Fast-track development

As Lombok’s events calendar heats up, the island is racing to cement its position as a sports and entertainment destination. Mimi Hudoyo zooms in on the island’s new and upcoming infrastructure projects and development works

With Indonesia gearing up to host the MotoGP races from 2021 to 2023, the Mandalika district on the island of Lombok, which will play host to the prestigious street race, is caught up in a race of its own: to establish itself as a sports and entertainment destination.

Ever since Dorna Sports made the MotoGP announcement this February, Lombok has received visibly more attention, not only from Indonesian president Joko Widodo and the relevant government officials, but also investors who are eyeing the sites in Lombok, particularly within the Mandalika special economic zone area.

Bukit Merese Hill in Lombok, which is undergoing a major facelift (Photo courtesy of Ministry of Tourism, Indonesia)

News of the motor racing event has been met with “euphoria among the stakeholders of Lombok”, said Awan Aswinabawa, chairman of A&T Holidays in Lombok.

“People are very enthusiastic in developing villas, as well as restaurants and cafes, especially in the areas surrounding Mandalika,” he said. “I believe MotoGP was also one of the reasons AirAsia (Indonesia) decided to make Lombok a hub.”

Seeing the “excitement” that MotoGP has brought to Indonesia, Ricky Baheramsjah, head of investment and marketing at the state-owned Indonesia Tourism Development Corporation (ITDC), the country’s integrated tourism developer and operator, said there are plans to bring more sports events to the destination.

“For us to have a sustainable business plan, we should do more races than just MotoGP,” he stated.

“In fact, we have signed the contract to host World Superbike in 2021 too. The World Superbike is the second biggest motorbike race in the world and we do not want to stop there. We plan to host more races, with the MotoGP as the ‘pearl’ of the calendar.”

With that goal in mind, ITDC is investing in the building of permanent and temporary infrastructure. A 4.2km street circuit complex will be developed from the ground up, housing a paddock area with 40 garages, 50,000 grandstand seats, a standing area for 138,000 spectators, and hospitality suites that can accommodate up to 7,700 people.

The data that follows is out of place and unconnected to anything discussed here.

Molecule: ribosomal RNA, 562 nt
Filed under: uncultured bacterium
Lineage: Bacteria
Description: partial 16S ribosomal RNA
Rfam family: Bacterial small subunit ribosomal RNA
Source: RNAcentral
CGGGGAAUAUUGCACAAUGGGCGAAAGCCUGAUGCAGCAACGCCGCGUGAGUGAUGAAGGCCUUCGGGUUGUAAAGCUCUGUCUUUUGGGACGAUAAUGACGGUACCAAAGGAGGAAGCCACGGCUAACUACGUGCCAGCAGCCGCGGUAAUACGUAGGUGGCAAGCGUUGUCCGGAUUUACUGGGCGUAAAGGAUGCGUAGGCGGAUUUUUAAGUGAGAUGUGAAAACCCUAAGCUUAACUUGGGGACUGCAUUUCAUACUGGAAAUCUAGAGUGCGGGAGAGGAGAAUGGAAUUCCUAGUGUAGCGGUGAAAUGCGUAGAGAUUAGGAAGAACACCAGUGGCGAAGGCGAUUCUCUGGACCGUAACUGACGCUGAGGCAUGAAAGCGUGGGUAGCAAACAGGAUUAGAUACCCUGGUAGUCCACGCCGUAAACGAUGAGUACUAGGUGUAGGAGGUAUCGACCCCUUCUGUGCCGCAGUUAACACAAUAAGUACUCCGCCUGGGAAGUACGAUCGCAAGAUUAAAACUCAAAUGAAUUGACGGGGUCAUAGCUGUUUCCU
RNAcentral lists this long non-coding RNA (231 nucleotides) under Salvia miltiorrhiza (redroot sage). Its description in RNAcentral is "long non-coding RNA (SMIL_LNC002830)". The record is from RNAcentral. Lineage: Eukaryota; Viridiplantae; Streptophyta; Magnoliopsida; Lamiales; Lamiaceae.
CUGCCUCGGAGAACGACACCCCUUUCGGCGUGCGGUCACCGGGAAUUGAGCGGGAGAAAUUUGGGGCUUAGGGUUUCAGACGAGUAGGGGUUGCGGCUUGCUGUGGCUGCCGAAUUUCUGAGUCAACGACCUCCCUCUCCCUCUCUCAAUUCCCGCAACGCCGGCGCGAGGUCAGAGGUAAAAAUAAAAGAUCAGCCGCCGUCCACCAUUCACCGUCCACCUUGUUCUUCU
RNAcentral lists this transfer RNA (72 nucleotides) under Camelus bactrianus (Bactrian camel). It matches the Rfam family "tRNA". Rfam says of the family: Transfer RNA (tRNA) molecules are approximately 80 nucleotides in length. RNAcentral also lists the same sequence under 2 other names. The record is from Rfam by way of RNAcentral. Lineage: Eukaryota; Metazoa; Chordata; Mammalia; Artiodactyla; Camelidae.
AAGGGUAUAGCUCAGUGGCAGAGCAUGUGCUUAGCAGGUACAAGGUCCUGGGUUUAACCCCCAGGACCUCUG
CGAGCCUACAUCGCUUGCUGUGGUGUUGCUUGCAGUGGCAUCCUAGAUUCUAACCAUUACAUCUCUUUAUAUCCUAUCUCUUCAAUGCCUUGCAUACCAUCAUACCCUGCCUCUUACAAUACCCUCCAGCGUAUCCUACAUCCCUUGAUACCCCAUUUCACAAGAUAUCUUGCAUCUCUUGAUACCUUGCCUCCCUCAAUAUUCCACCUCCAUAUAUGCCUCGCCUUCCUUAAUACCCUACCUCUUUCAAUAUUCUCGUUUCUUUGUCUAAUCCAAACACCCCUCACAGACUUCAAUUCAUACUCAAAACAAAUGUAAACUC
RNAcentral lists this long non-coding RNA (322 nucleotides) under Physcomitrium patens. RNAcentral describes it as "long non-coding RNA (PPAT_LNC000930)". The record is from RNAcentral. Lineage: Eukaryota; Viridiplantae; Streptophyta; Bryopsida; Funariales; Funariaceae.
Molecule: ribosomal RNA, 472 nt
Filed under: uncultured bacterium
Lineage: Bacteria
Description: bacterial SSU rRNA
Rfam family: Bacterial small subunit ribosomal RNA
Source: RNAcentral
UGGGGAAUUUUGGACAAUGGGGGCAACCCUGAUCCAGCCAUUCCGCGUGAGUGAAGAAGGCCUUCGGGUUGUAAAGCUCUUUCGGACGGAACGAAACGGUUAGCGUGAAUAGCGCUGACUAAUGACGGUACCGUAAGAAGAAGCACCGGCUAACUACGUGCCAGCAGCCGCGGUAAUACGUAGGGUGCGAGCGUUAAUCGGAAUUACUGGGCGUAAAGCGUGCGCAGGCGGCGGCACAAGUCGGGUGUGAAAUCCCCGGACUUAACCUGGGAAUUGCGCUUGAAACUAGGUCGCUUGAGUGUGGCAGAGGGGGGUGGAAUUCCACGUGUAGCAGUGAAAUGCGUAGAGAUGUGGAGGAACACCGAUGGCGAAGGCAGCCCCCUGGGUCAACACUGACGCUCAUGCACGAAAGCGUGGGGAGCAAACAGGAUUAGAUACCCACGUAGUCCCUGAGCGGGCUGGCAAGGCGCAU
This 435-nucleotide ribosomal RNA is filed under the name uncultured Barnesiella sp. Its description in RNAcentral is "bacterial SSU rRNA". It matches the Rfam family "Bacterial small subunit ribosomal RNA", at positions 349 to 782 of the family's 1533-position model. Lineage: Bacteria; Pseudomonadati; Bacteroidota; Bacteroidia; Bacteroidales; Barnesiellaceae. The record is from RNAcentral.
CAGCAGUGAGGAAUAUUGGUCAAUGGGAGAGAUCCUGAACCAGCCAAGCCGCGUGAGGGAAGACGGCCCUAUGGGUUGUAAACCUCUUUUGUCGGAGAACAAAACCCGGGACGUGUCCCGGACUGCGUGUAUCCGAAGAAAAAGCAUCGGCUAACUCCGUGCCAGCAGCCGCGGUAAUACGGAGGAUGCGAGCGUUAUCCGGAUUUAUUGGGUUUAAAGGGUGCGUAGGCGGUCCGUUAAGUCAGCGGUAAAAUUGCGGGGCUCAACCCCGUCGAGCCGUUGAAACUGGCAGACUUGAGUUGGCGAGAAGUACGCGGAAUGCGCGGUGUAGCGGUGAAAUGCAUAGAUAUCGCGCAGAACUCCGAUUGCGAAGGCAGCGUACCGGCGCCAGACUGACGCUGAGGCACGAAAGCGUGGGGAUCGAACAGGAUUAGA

Ricky said: “We will have the first street circuit in the world that can accommodate motorbike racing. It is almost like the Albert Park in Melbourne, which is an F1 street circuit.

“This is not a conversion of an existing street, like in Singapore and Monaco, but a street specifically designed to host motorbike racing because the requirements to have a motorbike race is more stringent than, say, Formula 1,” he added.

For example, the race tracks in Mandalika will be designed with more run-off areas, or crash barriers, than car racing as a safety feature when racers unintentionally depart off the prescribed course.

Based on the latest data, there are 10 hotels which will be built by 2023, with a total of 2,485 room keys.

Currently, the 102-key Novotel Lombok Resort & Villas is operating in the area, while the 256-key Pullman Resort is set to open next year.

ITDC plans to run two races in 2021, and increase to four by 2022, and subsequently, eight, Ricky said.

The aim is to have back-to-back races on weekends that stretch into the following week to encourage longer stays, he added.

ITDC management feels that they can leverage the race infrastructure, when completed, to host more than just motorbike races.

“We are also developing a 27-hole championship golf course, and we also have the facilities and event planners to host a PGA golf tournament. We can also host marathons, triathlons like Ironman, and even yacht races between Australia and Lombok because we will also have a marina,” he said.

In the next stage, the Mandalika integrated resort complex will also feature a wellness centre, theme park and convention facilities.

With all these developments in the island’s pipeline, Mandalika looks set to become more than just a beach paradise as it seeks to grow itself into an entertainment and sports destination, said Ricky.

Trade and hotel operators are upbeat about Lombok’s future, given all the buzz surrounding the MotoGP.

Sudarsana, general manager of corporate business development and marketing communications at Santika Indonesia Hotels & Resorts, said: “We are observing three possible locations around Tanjung Aan in Mandalika to build a five-star property, probably an Anvaya.”

The Indonesian hotel group is also expanding its other brands to other parts of Lombok.

It recently launched The Kayana Beach Lombok boutique villa and is currently building Santika Premiere on the other side of the island, about a 90-minute drive from Mandalika.

Ericht Alessandro, general manager of The Kayana Bali and Lombok, sees The Kayana Beach Lombok as a complement to Mandalika’s development.

“Lombok has (limited) accommodation options. The Kayana Beach Lombok serves as an upmarket accommodation option in a different location with a different product offering from those being built in Mandalika,” he said.

Meanwhile, Awan is upbeat that the MotoGP will attract travellers not only for the races but also to explore Lombok and nearby Bali or surrounding islands.

What tourism stakeholders in Lombok ought to do, urged Awan, is to step up destination promotion efforts to encourage longer stays.

“On the other hand, we also need to prepare and get ready (the infrastructure) to manage the influx of (over 100,000) spectators expected to come to the island during race days,” he said.

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